2022 Ford Bronco Raptor

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2022 Ford Bronco Raptor

Top of the line in utility sports.

Andrew Krok/CNET

But even without those upgrades, the Raptor offers a lot of standard equipment, including heated seats, dual-zone automatic climate control, remote start, keyless entry, surround-view camera system, blind spot monitoring and automatic emergency braking. That large 12-inch center screen is also standard, runs the Ford Sync 4 system and carries both wireless Apple CarPlay and Android Auto. If you need juice, both lines get USB-A and USB-C ports. There’s no sunroof on offer, but the removable hardtop panels only take seconds to remove and store, and they’re not so heavy as to require a partner to mark the job.

If you’re one of those cool Bronco Raptor owners who live to leave the hard way, rest assured, this rig is very capable. The steel bash plate up front gives you a pretty good idea that the Raptor means business, and it also allows for an impressive 47.2-degree approach angle (40.5-degree departure, while breakover is 30.8-degrees). In addition to the leg of travel offered by Fox’s live-valve shocks at every corner, the Raptor itself sits about 13.1 inches off the ground. Throw in the front sway bar breakers, front and rear locking differentials, and a two-range transfer box at a decent crawl ratio of 67.9:1, and you’ll have no trouble scaling rocky grades and digging deep into the mud. And, don’t forget, you’re not sacrificing any or very little highway prowess for any of these abilities.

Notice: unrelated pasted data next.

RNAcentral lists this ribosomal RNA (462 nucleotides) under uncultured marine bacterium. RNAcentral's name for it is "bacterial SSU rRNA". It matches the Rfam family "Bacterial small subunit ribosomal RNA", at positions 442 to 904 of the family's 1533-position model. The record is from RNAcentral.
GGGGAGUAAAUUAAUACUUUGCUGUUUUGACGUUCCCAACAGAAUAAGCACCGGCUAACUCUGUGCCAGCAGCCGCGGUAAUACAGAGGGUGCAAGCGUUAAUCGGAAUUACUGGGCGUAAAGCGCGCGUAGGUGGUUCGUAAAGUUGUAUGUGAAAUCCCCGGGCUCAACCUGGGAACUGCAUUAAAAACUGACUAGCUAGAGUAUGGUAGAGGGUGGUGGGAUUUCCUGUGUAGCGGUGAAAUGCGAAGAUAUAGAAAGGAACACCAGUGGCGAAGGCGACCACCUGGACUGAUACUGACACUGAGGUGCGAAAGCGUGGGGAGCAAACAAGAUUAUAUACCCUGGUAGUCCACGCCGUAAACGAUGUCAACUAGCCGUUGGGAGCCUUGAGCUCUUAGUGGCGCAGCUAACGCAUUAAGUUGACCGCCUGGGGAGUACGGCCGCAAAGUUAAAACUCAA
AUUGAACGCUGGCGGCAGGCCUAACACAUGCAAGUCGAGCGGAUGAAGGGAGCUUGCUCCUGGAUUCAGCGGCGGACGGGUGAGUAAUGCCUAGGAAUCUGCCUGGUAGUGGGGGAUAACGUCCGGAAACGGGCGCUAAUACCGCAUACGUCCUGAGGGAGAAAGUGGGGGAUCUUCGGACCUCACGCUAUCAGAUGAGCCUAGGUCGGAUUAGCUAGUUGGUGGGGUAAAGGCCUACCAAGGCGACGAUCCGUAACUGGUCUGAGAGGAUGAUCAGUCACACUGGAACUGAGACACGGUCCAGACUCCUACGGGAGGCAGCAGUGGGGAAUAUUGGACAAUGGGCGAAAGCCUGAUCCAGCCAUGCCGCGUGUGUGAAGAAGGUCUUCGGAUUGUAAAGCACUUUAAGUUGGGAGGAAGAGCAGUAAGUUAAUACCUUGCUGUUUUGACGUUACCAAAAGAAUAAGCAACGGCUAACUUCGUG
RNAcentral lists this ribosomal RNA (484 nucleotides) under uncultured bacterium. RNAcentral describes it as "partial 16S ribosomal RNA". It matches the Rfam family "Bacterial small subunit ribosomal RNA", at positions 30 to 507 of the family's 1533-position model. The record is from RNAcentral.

The Bronco Raptor can also do a bit of truck work if needed. That will pull up to 4,500 pounds, which is more than the average Bronco can muster. However, the Raptor’s payload rating of 1,100 pounds is a hair lower than its other pedestrian brethren. That’s okay, because if you remove the roof panels, you won’t have much extra space in the cargo area.

2022 Ford Bronco Raptor

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2022 Ford Bronco Raptor

Twelve yards long, two lanes wide, 65 tons of American pride.

Andrew Krok/CNET

All of these standard capabilities and equipment come at a price. The 2022 Ford Bronco Raptor starts at $70,095 including $1,595 for destinations. Enter the aforementioned creature comfort pack, in addition to the $1,075 for the cool Raptor graphics, $1,995 for the 17-inch beadlock-enabled wheels and $110 for the numeric keypad on the door, and my tester balloons to $80,190. It barely touched the starting price Jeep Wrangler 392either way, and even though Ford doesn’t have a V8, it drives better than a Jeep and doesn’t look like the old Wrangler you’ve seen on the road for decades.

If you want to have a dirt cake and eat it too, there’s no better choice than the 2022 Ford Bronco Raptor. It’s capable of handling the rough stuff, but when it’s time to kick back and live a more suburban lifestyle, it won’t disappoint.